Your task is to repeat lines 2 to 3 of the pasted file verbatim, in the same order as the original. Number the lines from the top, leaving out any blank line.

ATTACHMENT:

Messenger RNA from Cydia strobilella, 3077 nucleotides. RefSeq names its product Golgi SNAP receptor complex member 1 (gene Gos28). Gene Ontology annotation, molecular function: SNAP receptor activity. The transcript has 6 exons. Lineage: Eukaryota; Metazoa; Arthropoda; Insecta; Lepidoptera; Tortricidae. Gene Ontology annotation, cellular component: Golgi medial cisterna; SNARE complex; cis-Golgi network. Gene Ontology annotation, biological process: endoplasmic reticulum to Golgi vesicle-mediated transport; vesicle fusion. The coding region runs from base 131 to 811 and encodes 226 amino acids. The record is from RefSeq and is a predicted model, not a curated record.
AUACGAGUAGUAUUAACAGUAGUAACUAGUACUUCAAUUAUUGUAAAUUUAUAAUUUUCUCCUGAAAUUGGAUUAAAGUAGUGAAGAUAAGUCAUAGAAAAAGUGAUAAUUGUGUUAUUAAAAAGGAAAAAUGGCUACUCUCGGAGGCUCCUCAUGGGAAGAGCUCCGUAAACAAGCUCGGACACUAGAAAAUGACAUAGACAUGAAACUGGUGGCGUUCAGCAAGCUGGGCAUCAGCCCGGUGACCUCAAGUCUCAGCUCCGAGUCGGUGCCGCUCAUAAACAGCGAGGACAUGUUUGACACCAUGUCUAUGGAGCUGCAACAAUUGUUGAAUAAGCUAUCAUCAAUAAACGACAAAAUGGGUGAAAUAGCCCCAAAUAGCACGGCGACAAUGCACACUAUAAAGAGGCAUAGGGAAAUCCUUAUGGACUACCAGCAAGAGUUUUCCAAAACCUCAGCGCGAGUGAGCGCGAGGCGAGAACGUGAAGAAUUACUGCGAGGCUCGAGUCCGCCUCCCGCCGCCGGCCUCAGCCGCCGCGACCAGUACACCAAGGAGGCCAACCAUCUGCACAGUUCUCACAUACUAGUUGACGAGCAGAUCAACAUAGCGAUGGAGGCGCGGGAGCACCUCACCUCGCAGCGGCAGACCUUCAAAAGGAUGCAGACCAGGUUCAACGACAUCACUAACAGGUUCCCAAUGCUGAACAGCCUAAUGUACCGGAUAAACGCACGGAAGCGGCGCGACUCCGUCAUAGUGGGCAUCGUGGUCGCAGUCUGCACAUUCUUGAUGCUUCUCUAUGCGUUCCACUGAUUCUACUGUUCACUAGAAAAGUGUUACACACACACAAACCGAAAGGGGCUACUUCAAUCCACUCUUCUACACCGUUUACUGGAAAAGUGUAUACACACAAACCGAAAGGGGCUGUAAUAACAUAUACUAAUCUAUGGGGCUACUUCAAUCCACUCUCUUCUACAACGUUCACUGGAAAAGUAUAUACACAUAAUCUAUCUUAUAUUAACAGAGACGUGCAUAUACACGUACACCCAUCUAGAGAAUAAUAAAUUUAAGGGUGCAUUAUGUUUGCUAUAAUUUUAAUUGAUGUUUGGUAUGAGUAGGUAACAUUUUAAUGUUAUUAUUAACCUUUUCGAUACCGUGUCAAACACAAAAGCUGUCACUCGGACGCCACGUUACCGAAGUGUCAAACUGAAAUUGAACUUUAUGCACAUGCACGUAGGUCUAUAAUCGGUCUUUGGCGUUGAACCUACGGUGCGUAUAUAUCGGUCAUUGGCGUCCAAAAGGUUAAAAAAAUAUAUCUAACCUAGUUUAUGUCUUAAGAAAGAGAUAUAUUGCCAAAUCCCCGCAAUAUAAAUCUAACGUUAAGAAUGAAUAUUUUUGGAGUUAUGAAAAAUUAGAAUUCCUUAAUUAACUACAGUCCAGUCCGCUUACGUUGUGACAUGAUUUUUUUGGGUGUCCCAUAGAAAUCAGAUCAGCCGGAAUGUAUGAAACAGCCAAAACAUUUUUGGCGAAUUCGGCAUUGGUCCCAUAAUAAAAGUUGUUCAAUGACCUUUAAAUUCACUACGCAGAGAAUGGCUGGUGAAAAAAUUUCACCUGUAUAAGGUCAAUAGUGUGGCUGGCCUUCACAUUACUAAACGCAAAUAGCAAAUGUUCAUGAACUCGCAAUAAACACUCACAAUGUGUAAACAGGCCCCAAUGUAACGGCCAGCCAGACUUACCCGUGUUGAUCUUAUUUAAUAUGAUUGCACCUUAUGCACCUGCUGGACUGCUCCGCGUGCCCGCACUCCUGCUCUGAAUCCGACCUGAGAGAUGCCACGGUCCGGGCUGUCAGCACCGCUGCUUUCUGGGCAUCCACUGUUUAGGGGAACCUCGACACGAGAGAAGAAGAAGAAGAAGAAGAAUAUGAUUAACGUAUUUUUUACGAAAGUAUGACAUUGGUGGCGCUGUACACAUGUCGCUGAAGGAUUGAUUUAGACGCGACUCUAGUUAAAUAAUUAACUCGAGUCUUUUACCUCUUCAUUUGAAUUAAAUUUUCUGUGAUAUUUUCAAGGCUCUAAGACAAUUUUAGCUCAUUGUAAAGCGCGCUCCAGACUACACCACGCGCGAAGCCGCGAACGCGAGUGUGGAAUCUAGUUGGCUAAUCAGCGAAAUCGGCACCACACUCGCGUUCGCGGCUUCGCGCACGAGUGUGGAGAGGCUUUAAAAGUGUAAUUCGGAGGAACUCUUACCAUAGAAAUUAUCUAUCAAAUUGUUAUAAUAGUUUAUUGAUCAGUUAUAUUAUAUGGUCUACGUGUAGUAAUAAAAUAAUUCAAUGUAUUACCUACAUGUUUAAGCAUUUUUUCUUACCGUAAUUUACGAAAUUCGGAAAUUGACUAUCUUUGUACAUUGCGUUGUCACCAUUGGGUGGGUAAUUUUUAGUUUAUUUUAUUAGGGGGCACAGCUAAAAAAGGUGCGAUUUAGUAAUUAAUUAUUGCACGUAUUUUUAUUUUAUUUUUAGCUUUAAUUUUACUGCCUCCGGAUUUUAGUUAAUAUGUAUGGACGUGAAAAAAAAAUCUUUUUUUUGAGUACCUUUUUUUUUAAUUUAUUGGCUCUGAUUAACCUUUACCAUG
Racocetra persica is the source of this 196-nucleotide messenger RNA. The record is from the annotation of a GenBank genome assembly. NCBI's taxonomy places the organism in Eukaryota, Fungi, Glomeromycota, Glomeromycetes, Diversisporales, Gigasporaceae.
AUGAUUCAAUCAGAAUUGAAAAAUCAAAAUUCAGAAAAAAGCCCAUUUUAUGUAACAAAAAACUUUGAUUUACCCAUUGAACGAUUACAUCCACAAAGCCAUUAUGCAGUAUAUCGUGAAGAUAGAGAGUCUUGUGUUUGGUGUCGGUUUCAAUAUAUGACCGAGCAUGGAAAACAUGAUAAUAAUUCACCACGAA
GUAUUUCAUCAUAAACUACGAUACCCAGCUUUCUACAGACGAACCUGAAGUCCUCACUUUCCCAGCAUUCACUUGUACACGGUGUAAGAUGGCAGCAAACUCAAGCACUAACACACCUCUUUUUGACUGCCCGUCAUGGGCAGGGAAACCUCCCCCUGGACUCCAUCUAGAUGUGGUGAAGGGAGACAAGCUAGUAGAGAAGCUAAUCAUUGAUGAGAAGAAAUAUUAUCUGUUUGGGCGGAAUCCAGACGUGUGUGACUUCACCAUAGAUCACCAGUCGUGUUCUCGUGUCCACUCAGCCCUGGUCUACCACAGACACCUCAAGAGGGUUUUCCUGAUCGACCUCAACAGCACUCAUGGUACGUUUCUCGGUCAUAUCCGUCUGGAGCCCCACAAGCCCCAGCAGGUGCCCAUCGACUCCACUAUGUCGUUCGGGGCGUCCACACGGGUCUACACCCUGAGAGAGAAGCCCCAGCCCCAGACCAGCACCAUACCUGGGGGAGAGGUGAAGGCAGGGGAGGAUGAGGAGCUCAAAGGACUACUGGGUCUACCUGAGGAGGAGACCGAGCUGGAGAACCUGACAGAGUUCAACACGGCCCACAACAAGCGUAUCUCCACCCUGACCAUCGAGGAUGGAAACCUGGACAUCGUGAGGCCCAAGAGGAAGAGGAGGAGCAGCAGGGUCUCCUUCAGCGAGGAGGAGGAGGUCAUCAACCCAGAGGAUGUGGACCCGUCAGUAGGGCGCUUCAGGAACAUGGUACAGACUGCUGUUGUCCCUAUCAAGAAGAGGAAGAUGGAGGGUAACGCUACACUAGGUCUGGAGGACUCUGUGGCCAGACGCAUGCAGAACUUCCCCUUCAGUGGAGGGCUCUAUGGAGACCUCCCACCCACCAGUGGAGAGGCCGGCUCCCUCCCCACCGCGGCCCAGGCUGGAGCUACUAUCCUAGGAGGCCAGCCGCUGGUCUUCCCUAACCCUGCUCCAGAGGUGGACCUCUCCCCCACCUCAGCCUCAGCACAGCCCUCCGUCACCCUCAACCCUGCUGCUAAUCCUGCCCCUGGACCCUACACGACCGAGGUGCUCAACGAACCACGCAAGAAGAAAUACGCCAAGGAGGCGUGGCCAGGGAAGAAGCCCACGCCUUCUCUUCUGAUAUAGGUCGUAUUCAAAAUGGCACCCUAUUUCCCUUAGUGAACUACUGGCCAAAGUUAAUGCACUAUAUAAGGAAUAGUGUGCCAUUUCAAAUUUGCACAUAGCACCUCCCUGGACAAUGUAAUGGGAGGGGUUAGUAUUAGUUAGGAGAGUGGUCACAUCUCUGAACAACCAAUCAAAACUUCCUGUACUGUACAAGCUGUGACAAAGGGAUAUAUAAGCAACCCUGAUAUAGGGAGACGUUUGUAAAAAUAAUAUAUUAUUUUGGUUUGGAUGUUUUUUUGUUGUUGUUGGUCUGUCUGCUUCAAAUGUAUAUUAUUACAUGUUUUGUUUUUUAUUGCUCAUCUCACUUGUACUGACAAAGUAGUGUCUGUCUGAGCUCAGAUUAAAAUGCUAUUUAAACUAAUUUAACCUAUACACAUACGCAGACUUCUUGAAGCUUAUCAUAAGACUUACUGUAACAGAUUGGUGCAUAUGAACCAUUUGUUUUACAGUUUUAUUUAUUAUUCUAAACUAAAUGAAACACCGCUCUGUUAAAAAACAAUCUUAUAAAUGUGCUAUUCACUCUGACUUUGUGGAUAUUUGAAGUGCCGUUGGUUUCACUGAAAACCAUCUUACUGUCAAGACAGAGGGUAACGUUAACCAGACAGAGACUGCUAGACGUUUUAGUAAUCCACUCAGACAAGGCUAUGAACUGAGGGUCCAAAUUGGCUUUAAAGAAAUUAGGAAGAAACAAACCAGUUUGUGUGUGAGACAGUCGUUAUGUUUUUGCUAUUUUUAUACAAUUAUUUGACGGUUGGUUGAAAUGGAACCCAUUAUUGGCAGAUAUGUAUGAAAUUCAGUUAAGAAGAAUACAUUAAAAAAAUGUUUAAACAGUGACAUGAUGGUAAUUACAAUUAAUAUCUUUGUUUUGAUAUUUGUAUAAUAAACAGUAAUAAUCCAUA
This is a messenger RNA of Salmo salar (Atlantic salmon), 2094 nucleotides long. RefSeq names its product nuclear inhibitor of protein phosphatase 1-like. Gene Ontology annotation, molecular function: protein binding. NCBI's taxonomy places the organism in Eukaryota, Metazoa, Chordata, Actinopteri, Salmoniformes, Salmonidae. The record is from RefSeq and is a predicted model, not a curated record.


AUACGAGUAGUAUUAACAGUAGUAACUAGUACUUCAAUUAUUGUAAAUUUAUAAUUUUCUCCUGAAAUUGGAUUAAAGUAGUGAAGAUAAGUCAUAGAAAAAGUGAUAAUUGUGUUAUUAAAAAGGAAAAAUGGCUACUCUCGGAGGCUCCUCAUGGGAAGAGCUCCGUAAACAAGCUCGGACACUAGAAAAUGACAUAGACAUGAAACUGGUGGCGUUCAGCAAGCUGGGCAUCAGCCCGGUGACCUCAAGUCUCAGCUCCGAGUCGGUGCCGCUCAUAAACAGCGAGGACAUGUUUGACACCAUGUCUAUGGAGCUGCAACAAUUGUUGAAUAAGCUAUCAUCAAUAAACGACAAAAUGGGUGAAAUAGCCCCAAAUAGCACGGCGACAAUGCACACUAUAAAGAGGCAUAGGGAAAUCCUUAUGGACUACCAGCAAGAGUUUUCCAAAACCUCAGCGCGAGUGAGCGCGAGGCGAGAACGUGAAGAAUUACUGCGAGGCUCGAGUCCGCCUCCCGCCGCCGGCCUCAGCCGCCGCGACCAGUACACCAAGGAGGCCAACCAUCUGCACAGUUCUCACAUACUAGUUGACGAGCAGAUCAACAUAGCGAUGGAGGCGCGGGAGCACCUCACCUCGCAGCGGCAGACCUUCAAAAGGAUGCAGACCAGGUUCAACGACAUCACUAACAGGUUCCCAAUGCUGAACAGCCUAAUGUACCGGAUAAACGCACGGAAGCGGCGCGACUCCGUCAUAGUGGGCAUCGUGGUCGCAGUCUGCACAUUCUUGAUGCUUCUCUAUGCGUUCCACUGAUUCUACUGUUCACUAGAAAAGUGUUACACACACACAAACCGAAAGGGGCUACUUCAAUCCACUCUUCUACACCGUUUACUGGAAAAGUGUAUACACACAAACCGAAAGGGGCUGUAAUAACAUAUACUAAUCUAUGGGGCUACUUCAAUCCACUCUCUUCUACAACGUUCACUGGAAAAGUAUAUACACAUAAUCUAUCUUAUAUUAACAGAGACGUGCAUAUACACGUACACCCAUCUAGAGAAUAAUAAAUUUAAGGGUGCAUUAUGUUUGCUAUAAUUUUAAUUGAUGUUUGGUAUGAGUAGGUAACAUUUUAAUGUUAUUAUUAACCUUUUCGAUACCGUGUCAAACACAAAAGCUGUCACUCGGACGCCACGUUACCGAAGUGUCAAACUGAAAUUGAACUUUAUGCACAUGCACGUAGGUCUAUAAUCGGUCUUUGGCGUUGAACCUACGGUGCGUAUAUAUCGGUCAUUGGCGUCCAAAAGGUUAAAAAAAUAUAUCUAACCUAGUUUAUGUCUUAAGAAAGAGAUAUAUUGCCAAAUCCCCGCAAUAUAAAUCUAACGUUAAGAAUGAAUAUUUUUGGAGUUAUGAAAAAUUAGAAUUCCUUAAUUAACUACAGUCCAGUCCGCUUACGUUGUGACAUGAUUUUUUUGGGUGUCCCAUAGAAAUCAGAUCAGCCGGAAUGUAUGAAACAGCCAAAACAUUUUUGGCGAAUUCGGCAUUGGUCCCAUAAUAAAAGUUGUUCAAUGACCUUUAAAUUCACUACGCAGAGAAUGGCUGGUGAAAAAAUUUCACCUGUAUAAGGUCAAUAGUGUGGCUGGCCUUCACAUUACUAAACGCAAAUAGCAAAUGUUCAUGAACUCGCAAUAAACACUCACAAUGUGUAAACAGGCCCCAAUGUAACGGCCAGCCAGACUUACCCGUGUUGAUCUUAUUUAAUAUGAUUGCACCUUAUGCACCUGCUGGACUGCUCCGCGUGCCCGCACUCCUGCUCUGAAUCCGACCUGAGAGAUGCCACGGUCCGGGCUGUCAGCACCGCUGCUUUCUGGGCAUCCACUGUUUAGGGGAACCUCGACACGAGAGAAGAAGAAGAAGAAGAAGAAUAUGAUUAACGUAUUUUUUACGAAAGUAUGACAUUGGUGGCGCUGUACACAUGUCGCUGAAGGAUUGAUUUAGACGCGACUCUAGUUAAAUAAUUAACUCGAGUCUUUUACCUCUUCAUUUGAAUUAAAUUUUCUGUGAUAUUUUCAAGGCUCUAAGACAAUUUUAGCUCAUUGUAAAGCGCGCUCCAGACUACACCACGCGCGAAGCCGCGAACGCGAGUGUGGAAUCUAGUUGGCUAAUCAGCGAAAUCGGCACCACACUCGCGUUCGCGGCUUCGCGCACGAGUGUGGAGAGGCUUUAAAAGUGUAAUUCGGAGGAACUCUUACCAUAGAAAUUAUCUAUCAAAUUGUUAUAAUAGUUUAUUGAUCAGUUAUAUUAUAUGGUCUACGUGUAGUAAUAAAAUAAUUCAAUGUAUUACCUACAUGUUUAAGCAUUUUUUCUUACCGUAAUUUACGAAAUUCGGAAAUUGACUAUCUUUGUACAUUGCGUUGUCACCAUUGGGUGGGUAAUUUUUAGUUUAUUUUAUUAGGGGGCACAGCUAAAAAAGGUGCGAUUUAGUAAUUAAUUAUUGCACGUAUUUUUAUUUUAUUUUUAGCUUUAAUUUUACUGCCUCCGGAUUUUAGUUAAUAUGUAUGGACGUGAAAAAAAAAUCUUUUUUUUGAGUACCUUUUUUUUUAAUUUAUUGGCUCUGAUUAACCUUUACCAUG
Racocetra persica is the source of this 196-nucleotide messenger RNA. The record is from the annotation of a GenBank genome assembly. NCBI's taxonomy places the organism in Eukaryota, Fungi, Glomeromycota, Glomeromycetes, Diversisporales, Gigasporaceae.